• 3. Select  The  Right  Medical  Team  Identify  a  collaborative  and  cooperative  team  of  medical  practitioners  who  listen.    This  team  is  anchored  by  a  local  “willing  doctor”  who  is  able  to  listen  to  the  patient,  and  his  or  her  family,  friends,  and  care-­‐takers.    This  doctor  will  take  a  new  look  at  the  whole  picture  of  the  illness,  of  the  patient,  of  the  person  who  is  sick,  as  many  times  as  it  takes  to  find  the  right  diagnosis  and  the  right  treatment  while  minimizing  unnecessary  tests,  procedures,  medications,  and  pain.      The  medical  team,  made  up  of  a  combination  of  practitioner  levels  (MD,  NP,  PA,  RN,  OT,  PT,  etc),  will  collaborate  with  the  patient,  and  coordinate  their  communication  and  care  among  team  members.    Whiting  has  created  an  integrated  team  for  her  son,  Kevin.    This  group  of  practitioners  collaborates  with  Kevin’s  self-­‐reporting  (see  below)  and  each  other  to  integrate  care.    For  example,  before  changing  a  medication  ....     2/12/12 12:26 PM   Comment [1]: Need  Vicki’s  story  Shape  the  Conversation  Speak  up  for  yourself  or  find  someone  who  can  speak  for  you.    Our  clinical  medical  system  is  a  powerful  conglomeration  of  knowledge,  expertise,  and  resources—one  in  which  the  person  of  the  patient  can  easily  be  lost,  pushed  to  the  margin  of  the  medical  encounter.    It  is  a  daunting  task  to  speak  truth  to  power  under  the  best  of  circumstances,  yet  imperative  to  the  diagnosis  and  therapeutic  management  and/or  resolution  of  difficult,  chronic,  and  outlier  conditions.    Particularly  important  when  a  patient  doesn’t  fit  into  the  standard  of  illness  etiology  and  medical  practitioners  are  at  a  loss  for  explanation.  Braun  experienced  this  herself  when  being  treated  for  an  ulcerated  cornea.    She  found  herself  being  asked  the  same  questions  over  and  over  again  about  her  personal  contact  lens  care  at  each  of  3  visits,  and  felt  blamed  for  her  condition  although  her  care  regime  of  20+  years  had  never  before  resulted  in  any  eye  issues  at  all.    Finally,  exasperated,  she  replied  to  the  third  doctor’s  repeat  question  about  contact  lens  care:    “I  am  not  willing  to  have  that  conversation  with  you,  but  I  will  have  a  conversation  about  how  to  reduce  the  risk  for  repeat  corneal  ulcers.”    This  simple  assertion  and  re-­‐direction  of  the  conversation  yielded  important  information  about  choices  she  could  make  to  ensure  eye  health  in  the  future,  and  reminded  the  doctor  that  she  was  a  person,  not  an  eyeball.    Take  Control  of  Your  Information  Take  ownership  of  your  medical  information.    Self  track  your  quality  of  life  index  daily  and  keep  a  copy  of  your  medical  record;  it  belongs  to  you.        Patients  have  a  unique  contribution  to  make  to  their  care:  the  experience  of  being  sick.    Traditionally  in  clinical  medicine,  the  patient’s  experience  of  his  or  her  illness  and  subsequent  treatments  is  relegated  to  the  (inferior)  category  of  subjective  information.    In  the  hierarchy  of  clinical  diagnostic  information,  objective  input  (test  results,  images)  is  considered  more  reliable,  thus  more  valuable,  than  subjective  (a  patient’s  experience)—despite  the  fact  that  early  career  medical  students  spend  a  lot  of  time  learning  to  take  information  from  their  patients  in  the  physical  exam.    Indeed,  at  a  recent  Global  Health  
  • 4. conference,  after  one  of  the  authors  (Braun)  was  taken  to  task  by  a  well-­‐established  late  career  doctor  for  proposing  that  this  objective-­‐subjective  hierarchy  is  deeply  entrenched  in  our  medical  system  today,  a  medical  student  countered  with  the  statement  “yes  we  learn  it  but  it  quickly  gets  pushed  down  into  being  unimportant  compared  to  all  the  other  diagnostic  tools  we  are  learning.”  We  propose  that  patients  “self-­‐track”  a  few  quality  of  life  measures  (following  Whiting’s  appetite,  pain,  energy—APE—index  used  during  the  long  experience  of  her  son  Kevin’s  illness),  a  few  times  a  day  on  a  simple  5  point  scale.    Items  important  to  track  will  vary  from  patient  to  patient,  and  might  include  sleep,  pain,  appetite,  energy,  drudgery  of  daily  therapeutic  routine,  support.  This  turns  a  patient’s  subjective  measures  into  a  relative  quantitative  measure,  which  the  health  care  providers  can  include  and  correlate  with  specific  treatments  and  medications.      Today’s  medical  record  is  comprehensive,  yet  fragmented.  Practitioners  are  hard  pressed  to  keep  in  sight  the  topography  of  a  patient’s  illness.    It  is  that  big  picture,  the  30,000  ft  view  that  is  vital  to  the  process  of  seeing  patterns  and  fitting  the  often  complex  assortment  of  puzzle  pieces  together  in  the  course  of  a  patient’s  diagnosis  and  treatment.      We  propose  that  patients  create  a  one-­‐page  timeline,  or  history,  of  their  illness,  recording  seminal  events  and  treatments  (with  a  simple  “worked”  or  “didn’t  work”  indicator)  in  chronological  order.    This  document  can  be  taped  to  the  front  of  the  medical  record  and  easily  referred  to  as  a  quick  guide  for  medical  practitioners.    In  addition,  patients  may  want  to  create  and  carry  a  more  comprehensive  timeline  including  more  detail  about  specific  treatments,  dosages,  and  their  efficacy,  including  outcome.      Ask  For  Help  Hire  a  healthcare  advocate,  identify  a  Center  of  Excellence  for  your  condition,  and  research  your  illness.  It  is  virtually  impossible  to  advocate  for  and  defend  oneself  in  the  best  of  circumstances,  no  less,  when  sick,  in  pain,  worried  for  life,  and  concerned  about  the  not-­‐sick  parts  of  life  like  keeping  a  job,  holding  a  family  together,  and  keeping  one’s  finances  intact.    A  local  healthcare  advocate  can  be  the  point  person  for  the  medical  team  and  the  liaison  between  the  patient  and  the  medical  system.    It  is  the  advocate’s  first  priority  to  fight  for  the  well-­‐being  of  the  patient.    A  Center  of  Excellence  looks  for  new  and  more  effective  diagnostic  tools  and  treatments  for   2/12/12 12:42 PMthose  inevitable  individuals  for  whom  the  mainstream  evidence-­‐based  treatments  fail.     Comment [2]: I  need  to  rework  this  While  evidence  based  protocols  are  vital  to  improving  patient  care,  they  are  based  on  the   section    I  poached  this  for  the  beginning  best  evidence  for  the  most  people,  that  is,  they  work  at  the  population  level;  they  absolutely  do  not  serve  the  outliers.    A  danger  of  such  protocols  is  that  practitioners  buy  into  the  idea  that  they  should  work,  and  are  often  at  a  loss  to  offer  an  explanation,  no  less  an  alternative  when  they  fail.  The  resulting  frustration  can  result  in  blaming  the  patient  for  the  failure  of  the  treatment.    Applying  the  same  failed  treatment  over  and  over  again,  as  was  the  experience  of  one  young  woman  interviewed  by  Braun,  is  not  only  harmful,  but  demoralizing.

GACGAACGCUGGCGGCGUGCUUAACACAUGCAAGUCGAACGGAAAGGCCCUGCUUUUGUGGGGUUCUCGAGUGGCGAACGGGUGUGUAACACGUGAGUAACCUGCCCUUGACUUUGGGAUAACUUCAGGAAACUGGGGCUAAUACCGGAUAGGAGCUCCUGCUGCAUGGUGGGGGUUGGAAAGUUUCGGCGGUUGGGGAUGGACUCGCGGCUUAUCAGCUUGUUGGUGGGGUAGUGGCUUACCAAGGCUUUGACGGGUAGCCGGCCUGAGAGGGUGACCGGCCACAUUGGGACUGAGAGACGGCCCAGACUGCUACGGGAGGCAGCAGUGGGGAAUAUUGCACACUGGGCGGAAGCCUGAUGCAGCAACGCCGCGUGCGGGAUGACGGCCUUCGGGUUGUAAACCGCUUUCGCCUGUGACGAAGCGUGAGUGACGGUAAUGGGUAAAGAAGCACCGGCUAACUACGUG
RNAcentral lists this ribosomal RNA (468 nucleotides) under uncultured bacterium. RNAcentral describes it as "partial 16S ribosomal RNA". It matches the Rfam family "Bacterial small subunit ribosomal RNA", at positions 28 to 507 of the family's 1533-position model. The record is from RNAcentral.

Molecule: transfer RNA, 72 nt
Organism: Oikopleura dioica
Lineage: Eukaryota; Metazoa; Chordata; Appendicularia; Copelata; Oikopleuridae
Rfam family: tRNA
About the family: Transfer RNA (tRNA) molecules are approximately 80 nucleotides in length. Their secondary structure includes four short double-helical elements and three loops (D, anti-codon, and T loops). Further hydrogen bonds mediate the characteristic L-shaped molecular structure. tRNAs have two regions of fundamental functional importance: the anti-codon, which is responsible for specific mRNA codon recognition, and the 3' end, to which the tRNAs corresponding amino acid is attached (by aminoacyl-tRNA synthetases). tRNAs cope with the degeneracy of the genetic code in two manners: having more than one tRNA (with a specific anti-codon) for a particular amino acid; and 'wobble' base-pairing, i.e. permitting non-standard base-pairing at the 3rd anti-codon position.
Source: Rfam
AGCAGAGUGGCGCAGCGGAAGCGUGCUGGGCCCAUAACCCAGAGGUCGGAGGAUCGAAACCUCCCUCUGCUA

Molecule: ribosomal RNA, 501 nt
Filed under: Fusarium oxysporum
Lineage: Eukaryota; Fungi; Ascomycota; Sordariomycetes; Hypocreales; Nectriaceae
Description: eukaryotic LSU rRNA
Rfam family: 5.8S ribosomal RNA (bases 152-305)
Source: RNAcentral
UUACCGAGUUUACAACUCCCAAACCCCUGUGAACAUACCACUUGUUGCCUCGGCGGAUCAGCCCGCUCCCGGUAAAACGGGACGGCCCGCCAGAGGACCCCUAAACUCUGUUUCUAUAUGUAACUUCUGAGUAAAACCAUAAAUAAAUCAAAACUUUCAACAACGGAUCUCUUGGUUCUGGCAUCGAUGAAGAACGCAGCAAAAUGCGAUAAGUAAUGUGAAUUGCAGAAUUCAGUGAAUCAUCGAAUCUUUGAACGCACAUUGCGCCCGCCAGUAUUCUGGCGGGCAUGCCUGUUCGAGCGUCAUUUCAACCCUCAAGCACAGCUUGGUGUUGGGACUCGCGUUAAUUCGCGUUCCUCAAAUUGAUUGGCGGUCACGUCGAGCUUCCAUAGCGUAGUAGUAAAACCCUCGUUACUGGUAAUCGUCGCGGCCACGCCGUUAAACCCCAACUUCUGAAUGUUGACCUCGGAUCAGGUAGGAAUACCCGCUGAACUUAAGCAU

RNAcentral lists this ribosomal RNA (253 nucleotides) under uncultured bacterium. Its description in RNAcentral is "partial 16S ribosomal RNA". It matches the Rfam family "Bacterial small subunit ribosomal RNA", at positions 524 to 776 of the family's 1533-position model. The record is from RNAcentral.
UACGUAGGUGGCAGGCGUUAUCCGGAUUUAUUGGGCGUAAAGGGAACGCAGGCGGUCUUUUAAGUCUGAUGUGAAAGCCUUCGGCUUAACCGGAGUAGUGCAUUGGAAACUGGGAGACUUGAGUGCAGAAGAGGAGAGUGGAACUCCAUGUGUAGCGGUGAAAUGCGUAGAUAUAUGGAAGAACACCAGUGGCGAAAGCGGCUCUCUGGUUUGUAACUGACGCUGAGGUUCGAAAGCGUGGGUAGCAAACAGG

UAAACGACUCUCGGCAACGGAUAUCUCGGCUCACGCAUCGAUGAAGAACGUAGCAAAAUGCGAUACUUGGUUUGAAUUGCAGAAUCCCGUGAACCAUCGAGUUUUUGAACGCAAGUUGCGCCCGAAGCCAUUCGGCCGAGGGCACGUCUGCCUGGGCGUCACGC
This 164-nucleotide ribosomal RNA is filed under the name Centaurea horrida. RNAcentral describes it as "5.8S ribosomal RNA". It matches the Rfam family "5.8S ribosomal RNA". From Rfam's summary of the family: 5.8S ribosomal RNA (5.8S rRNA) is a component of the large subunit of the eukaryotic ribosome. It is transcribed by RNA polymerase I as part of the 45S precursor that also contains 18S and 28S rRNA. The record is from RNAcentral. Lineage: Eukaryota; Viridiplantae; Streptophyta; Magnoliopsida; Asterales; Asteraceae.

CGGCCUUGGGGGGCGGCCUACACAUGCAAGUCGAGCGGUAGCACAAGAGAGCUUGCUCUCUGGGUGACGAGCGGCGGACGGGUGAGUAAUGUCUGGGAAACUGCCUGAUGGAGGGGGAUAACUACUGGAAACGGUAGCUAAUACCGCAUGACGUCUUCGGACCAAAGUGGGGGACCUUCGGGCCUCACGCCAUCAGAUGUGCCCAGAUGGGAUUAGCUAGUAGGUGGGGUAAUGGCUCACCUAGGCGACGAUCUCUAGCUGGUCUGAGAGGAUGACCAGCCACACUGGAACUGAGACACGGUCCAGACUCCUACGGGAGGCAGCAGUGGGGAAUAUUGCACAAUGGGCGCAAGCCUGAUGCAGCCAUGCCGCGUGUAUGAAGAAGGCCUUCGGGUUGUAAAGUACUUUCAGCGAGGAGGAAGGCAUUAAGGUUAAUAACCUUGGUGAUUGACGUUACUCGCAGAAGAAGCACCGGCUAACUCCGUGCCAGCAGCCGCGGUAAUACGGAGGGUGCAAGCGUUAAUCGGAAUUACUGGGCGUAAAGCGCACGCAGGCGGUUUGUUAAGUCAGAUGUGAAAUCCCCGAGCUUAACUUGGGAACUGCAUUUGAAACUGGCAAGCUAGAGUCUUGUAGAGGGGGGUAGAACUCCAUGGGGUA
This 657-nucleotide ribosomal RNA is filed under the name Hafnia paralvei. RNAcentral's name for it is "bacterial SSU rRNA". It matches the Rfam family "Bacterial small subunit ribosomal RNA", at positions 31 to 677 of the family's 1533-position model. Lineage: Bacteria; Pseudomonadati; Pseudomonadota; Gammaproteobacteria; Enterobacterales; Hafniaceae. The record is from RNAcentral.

• 5.  Rally  Support  Enlist  the  help  of  your  family  and  friends  to  track  and  ensure  your  quality  of  life.  Everyone  who  cares  about  the  patient  can  play  a  role  in  lending  support.    Friends  and  family  can  visit,  can  provide  respite  to  caretakers,  and  can  keep  a  hawk’s  eye  on  care  in  hospital.    The  genius  of  surrounding  the  patient  with  people  who  care,  is  that  they  can  dedicate  themselves  to  the  effective  care  and  compassionate  treatment  of  one  individual  while  the  medical  practitioners  must  care  for  many.    In  addition,  this  support  team  can  keep  at  the  forefront  the  day-­‐to-­‐day  quality  of  life  issues  so  often  lost  in  clinical  care.      Our  proposed  5-­‐pronged  SSTAR  approach  surrounds  the  individual  with  a  “circle  of  defenders,  made  up  of  a  team  of  individuals  who  will  coordinate  and  advocate  for  him  or  her.      This  pulls  the  patient  as  person  back  to  the  center  of  care.       SELECT the  right  medical  team 2/12/12 Stick_Figure_by_101stickfigure101.jpg (488×527) RALLY   SHAPE support  the  conversation   fc07.deviantart.net/fs70/f/2010/087/c/4/Stick_Figure_by_101stickfigure101.jpg 1/1 ASK   TAKE  CONTROL   for  help of  your  information